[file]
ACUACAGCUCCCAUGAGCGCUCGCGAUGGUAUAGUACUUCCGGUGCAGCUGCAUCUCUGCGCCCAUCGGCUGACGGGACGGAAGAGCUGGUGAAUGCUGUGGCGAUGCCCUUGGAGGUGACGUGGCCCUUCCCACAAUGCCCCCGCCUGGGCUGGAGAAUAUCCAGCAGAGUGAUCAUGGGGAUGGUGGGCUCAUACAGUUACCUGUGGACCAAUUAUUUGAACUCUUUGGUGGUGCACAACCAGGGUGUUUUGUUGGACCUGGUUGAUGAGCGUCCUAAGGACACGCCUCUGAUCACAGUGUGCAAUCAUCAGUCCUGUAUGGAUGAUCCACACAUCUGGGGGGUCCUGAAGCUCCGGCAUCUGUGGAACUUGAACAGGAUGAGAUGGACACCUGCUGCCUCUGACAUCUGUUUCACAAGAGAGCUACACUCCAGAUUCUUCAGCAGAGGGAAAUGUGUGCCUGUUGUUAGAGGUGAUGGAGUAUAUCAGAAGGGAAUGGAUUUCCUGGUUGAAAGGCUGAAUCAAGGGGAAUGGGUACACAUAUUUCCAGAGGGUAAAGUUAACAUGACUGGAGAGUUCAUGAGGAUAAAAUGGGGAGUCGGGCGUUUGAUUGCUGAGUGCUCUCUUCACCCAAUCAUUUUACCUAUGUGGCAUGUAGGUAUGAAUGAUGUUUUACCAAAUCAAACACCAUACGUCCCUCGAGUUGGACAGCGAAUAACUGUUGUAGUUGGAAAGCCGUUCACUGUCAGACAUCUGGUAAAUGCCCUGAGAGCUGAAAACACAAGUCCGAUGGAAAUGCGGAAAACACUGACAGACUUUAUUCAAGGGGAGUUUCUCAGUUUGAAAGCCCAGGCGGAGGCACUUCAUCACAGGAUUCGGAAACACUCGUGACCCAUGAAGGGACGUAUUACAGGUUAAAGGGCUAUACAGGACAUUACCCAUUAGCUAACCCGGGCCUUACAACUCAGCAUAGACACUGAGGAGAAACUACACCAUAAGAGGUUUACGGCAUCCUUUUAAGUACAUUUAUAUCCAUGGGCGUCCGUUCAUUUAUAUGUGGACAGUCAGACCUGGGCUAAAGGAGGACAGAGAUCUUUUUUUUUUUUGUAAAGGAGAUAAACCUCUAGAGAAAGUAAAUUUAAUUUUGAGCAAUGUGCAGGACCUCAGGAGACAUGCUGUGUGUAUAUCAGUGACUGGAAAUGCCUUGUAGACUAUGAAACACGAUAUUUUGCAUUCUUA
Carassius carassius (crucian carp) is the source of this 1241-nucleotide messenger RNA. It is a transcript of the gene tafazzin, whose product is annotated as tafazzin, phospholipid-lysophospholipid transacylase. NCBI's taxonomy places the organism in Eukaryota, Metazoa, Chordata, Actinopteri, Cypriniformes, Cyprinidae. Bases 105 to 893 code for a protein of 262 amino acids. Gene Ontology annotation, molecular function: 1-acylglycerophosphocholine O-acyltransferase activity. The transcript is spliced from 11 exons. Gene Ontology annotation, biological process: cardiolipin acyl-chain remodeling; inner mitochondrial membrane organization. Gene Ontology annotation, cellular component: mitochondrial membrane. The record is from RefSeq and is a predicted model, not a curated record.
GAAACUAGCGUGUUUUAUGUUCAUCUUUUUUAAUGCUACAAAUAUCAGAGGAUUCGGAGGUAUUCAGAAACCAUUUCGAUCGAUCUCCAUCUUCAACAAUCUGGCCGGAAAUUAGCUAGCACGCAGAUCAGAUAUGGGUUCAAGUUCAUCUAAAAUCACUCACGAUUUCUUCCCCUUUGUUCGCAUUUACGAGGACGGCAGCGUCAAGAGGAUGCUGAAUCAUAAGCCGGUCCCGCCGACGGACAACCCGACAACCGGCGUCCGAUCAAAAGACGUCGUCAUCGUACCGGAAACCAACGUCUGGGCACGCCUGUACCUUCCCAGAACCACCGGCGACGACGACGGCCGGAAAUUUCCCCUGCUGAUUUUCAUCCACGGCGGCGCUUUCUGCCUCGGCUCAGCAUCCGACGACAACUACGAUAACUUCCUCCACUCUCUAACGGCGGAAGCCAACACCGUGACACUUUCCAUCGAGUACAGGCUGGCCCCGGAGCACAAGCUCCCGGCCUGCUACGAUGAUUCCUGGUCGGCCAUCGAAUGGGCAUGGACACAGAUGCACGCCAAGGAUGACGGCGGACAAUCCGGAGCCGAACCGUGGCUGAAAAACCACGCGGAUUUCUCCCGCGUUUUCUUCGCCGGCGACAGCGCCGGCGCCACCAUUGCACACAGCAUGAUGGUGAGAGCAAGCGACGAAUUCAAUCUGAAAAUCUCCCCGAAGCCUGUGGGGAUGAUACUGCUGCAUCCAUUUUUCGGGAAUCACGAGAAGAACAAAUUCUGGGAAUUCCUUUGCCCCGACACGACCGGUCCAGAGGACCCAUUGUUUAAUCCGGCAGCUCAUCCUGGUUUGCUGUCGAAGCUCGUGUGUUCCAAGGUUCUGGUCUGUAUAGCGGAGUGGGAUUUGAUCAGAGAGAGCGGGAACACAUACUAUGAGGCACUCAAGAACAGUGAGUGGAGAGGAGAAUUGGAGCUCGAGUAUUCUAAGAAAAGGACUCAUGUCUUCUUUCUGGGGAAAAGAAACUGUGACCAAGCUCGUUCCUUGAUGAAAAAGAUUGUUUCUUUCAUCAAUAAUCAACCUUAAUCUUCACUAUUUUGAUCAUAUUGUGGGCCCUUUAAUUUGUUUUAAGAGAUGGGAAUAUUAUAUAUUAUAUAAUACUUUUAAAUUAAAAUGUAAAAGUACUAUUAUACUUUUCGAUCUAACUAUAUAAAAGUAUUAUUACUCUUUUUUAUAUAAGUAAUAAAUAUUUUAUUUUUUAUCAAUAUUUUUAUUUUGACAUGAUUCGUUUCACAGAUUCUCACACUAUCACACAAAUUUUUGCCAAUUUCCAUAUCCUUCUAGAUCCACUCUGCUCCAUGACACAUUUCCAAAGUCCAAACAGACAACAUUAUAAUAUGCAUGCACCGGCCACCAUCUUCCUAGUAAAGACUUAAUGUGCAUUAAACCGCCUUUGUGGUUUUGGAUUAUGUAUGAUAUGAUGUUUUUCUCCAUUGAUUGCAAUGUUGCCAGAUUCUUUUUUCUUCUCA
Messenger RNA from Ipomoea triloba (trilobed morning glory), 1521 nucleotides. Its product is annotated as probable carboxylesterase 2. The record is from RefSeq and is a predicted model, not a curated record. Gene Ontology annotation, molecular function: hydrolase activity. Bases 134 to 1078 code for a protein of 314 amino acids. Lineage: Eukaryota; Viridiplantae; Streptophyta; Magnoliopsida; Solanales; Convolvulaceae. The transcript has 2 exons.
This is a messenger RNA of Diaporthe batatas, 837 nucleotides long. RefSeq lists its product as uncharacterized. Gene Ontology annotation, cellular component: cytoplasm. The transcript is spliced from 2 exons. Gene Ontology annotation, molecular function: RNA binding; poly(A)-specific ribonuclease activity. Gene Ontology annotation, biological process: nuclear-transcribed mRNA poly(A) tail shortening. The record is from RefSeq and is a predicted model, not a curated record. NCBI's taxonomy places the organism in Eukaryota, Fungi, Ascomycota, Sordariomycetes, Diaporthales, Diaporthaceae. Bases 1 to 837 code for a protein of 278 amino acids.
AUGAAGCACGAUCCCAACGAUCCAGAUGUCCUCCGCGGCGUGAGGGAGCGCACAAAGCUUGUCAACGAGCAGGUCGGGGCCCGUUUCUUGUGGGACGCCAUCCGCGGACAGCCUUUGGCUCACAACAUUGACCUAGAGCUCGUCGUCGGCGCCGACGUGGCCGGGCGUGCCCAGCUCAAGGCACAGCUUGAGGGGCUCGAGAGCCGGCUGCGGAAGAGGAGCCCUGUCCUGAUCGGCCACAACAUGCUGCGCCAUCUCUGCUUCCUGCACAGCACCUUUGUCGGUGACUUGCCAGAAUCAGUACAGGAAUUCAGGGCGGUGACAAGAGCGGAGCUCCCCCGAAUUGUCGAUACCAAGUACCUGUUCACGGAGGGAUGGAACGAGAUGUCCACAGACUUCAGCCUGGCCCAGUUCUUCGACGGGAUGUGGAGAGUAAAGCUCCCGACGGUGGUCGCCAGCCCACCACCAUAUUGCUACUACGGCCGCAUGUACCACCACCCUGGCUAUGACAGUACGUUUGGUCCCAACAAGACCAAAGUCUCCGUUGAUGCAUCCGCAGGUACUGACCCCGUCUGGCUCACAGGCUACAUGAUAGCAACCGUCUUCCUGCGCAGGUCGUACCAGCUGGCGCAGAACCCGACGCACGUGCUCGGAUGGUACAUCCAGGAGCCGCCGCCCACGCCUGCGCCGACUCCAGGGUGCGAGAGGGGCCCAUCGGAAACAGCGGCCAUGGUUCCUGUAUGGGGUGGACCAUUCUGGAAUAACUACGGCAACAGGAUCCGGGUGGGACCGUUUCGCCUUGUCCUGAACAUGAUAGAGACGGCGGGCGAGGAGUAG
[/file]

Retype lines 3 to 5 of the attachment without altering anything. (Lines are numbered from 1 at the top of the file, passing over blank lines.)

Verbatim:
GAAACUAGCGUGUUUUAUGUUCAUCUUUUUUAAUGCUACAAAUAUCAGAGGAUUCGGAGGUAUUCAGAAACCAUUUCGAUCGAUCUCCAUCUUCAACAAUCUGGCCGGAAAUUAGCUAGCACGCAGAUCAGAUAUGGGUUCAAGUUCAUCUAAAAUCACUCACGAUUUCUUCCCCUUUGUUCGCAUUUACGAGGACGGCAGCGUCAAGAGGAUGCUGAAUCAUAAGCCGGUCCCGCCGACGGACAACCCGACAACCGGCGUCCGAUCAAAAGACGUCGUCAUCGUACCGGAAACCAACGUCUGGGCACGCCUGUACCUUCCCAGAACCACCGGCGACGACGACGGCCGGAAAUUUCCCCUGCUGAUUUUCAUCCACGGCGGCGCUUUCUGCCUCGGCUCAGCAUCCGACGACAACUACGAUAACUUCCUCCACUCUCUAACGGCGGAAGCCAACACCGUGACACUUUCCAUCGAGUACAGGCUGGCCCCGGAGCACAAGCUCCCGGCCUGCUACGAUGAUUCCUGGUCGGCCAUCGAAUGGGCAUGGACACAGAUGCACGCCAAGGAUGACGGCGGACAAUCCGGAGCCGAACCGUGGCUGAAAAACCACGCGGAUUUCUCCCGCGUUUUCUUCGCCGGCGACAGCGCCGGCGCCACCAUUGCACACAGCAUGAUGGUGAGAGCAAGCGACGAAUUCAAUCUGAAAAUCUCCCCGAAGCCUGUGGGGAUGAUACUGCUGCAUCCAUUUUUCGGGAAUCACGAGAAGAACAAAUUCUGGGAAUUCCUUUGCCCCGACACGACCGGUCCAGAGGACCCAUUGUUUAAUCCGGCAGCUCAUCCUGGUUUGCUGUCGAAGCUCGUGUGUUCCAAGGUUCUGGUCUGUAUAGCGGAGUGGGAUUUGAUCAGAGAGAGCGGGAACACAUACUAUGAGGCACUCAAGAACAGUGAGUGGAGAGGAGAAUUGGAGCUCGAGUAUUCUAAGAAAAGGACUCAUGUCUUCUUUCUGGGGAAAAGAAACUGUGACCAAGCUCGUUCCUUGAUGAAAAAGAUUGUUUCUUUCAUCAAUAAUCAACCUUAAUCUUCACUAUUUUGAUCAUAUUGUGGGCCCUUUAAUUUGUUUUAAGAGAUGGGAAUAUUAUAUAUUAUAUAAUACUUUUAAAUUAAAAUGUAAAAGUACUAUUAUACUUUUCGAUCUAACUAUAUAAAAGUAUUAUUACUCUUUUUUAUAUAAGUAAUAAAUAUUUUAUUUUUUAUCAAUAUUUUUAUUUUGACAUGAUUCGUUUCACAGAUUCUCACACUAUCACACAAAUUUUUGCCAAUUUCCAUAUCCUUCUAGAUCCACUCUGCUCCAUGACACAUUUCCAAAGUCCAAACAGACAACAUUAUAAUAUGCAUGCACCGGCCACCAUCUUCCUAGUAAAGACUUAAUGUGCAUUAAACCGCCUUUGUGGUUUUGGAUUAUGUAUGAUAUGAUGUUUUUCUCCAUUGAUUGCAAUGUUGCCAGAUUCUUUUUUCUUCUCA
Messenger RNA from Ipomoea triloba (trilobed morning glory), 1521 nucleotides. Its product is annotated as probable carboxylesterase 2. The record is from RefSeq and is a predicted model, not a curated record. Gene Ontology annotation, molecular function: hydrolase activity. Bases 134 to 1078 code for a protein of 314 amino acids. Lineage: Eukaryota; Viridiplantae; Streptophyta; Magnoliopsida; Solanales; Convolvulaceae. The transcript has 2 exons.
This is a messenger RNA of Diaporthe batatas, 837 nucleotides long. RefSeq lists its product as uncharacterized. Gene Ontology annotation, cellular component: cytoplasm. The transcript is spliced from 2 exons. Gene Ontology annotation, molecular function: RNA binding; poly(A)-specific ribonuclease activity. Gene Ontology annotation, biological process: nuclear-transcribed mRNA poly(A) tail shortening. The record is from RefSeq and is a predicted model, not a curated record. NCBI's taxonomy places the organism in Eukaryota, Fungi, Ascomycota, Sordariomycetes, Diaporthales, Diaporthaceae. Bases 1 to 837 code for a protein of 278 amino acids.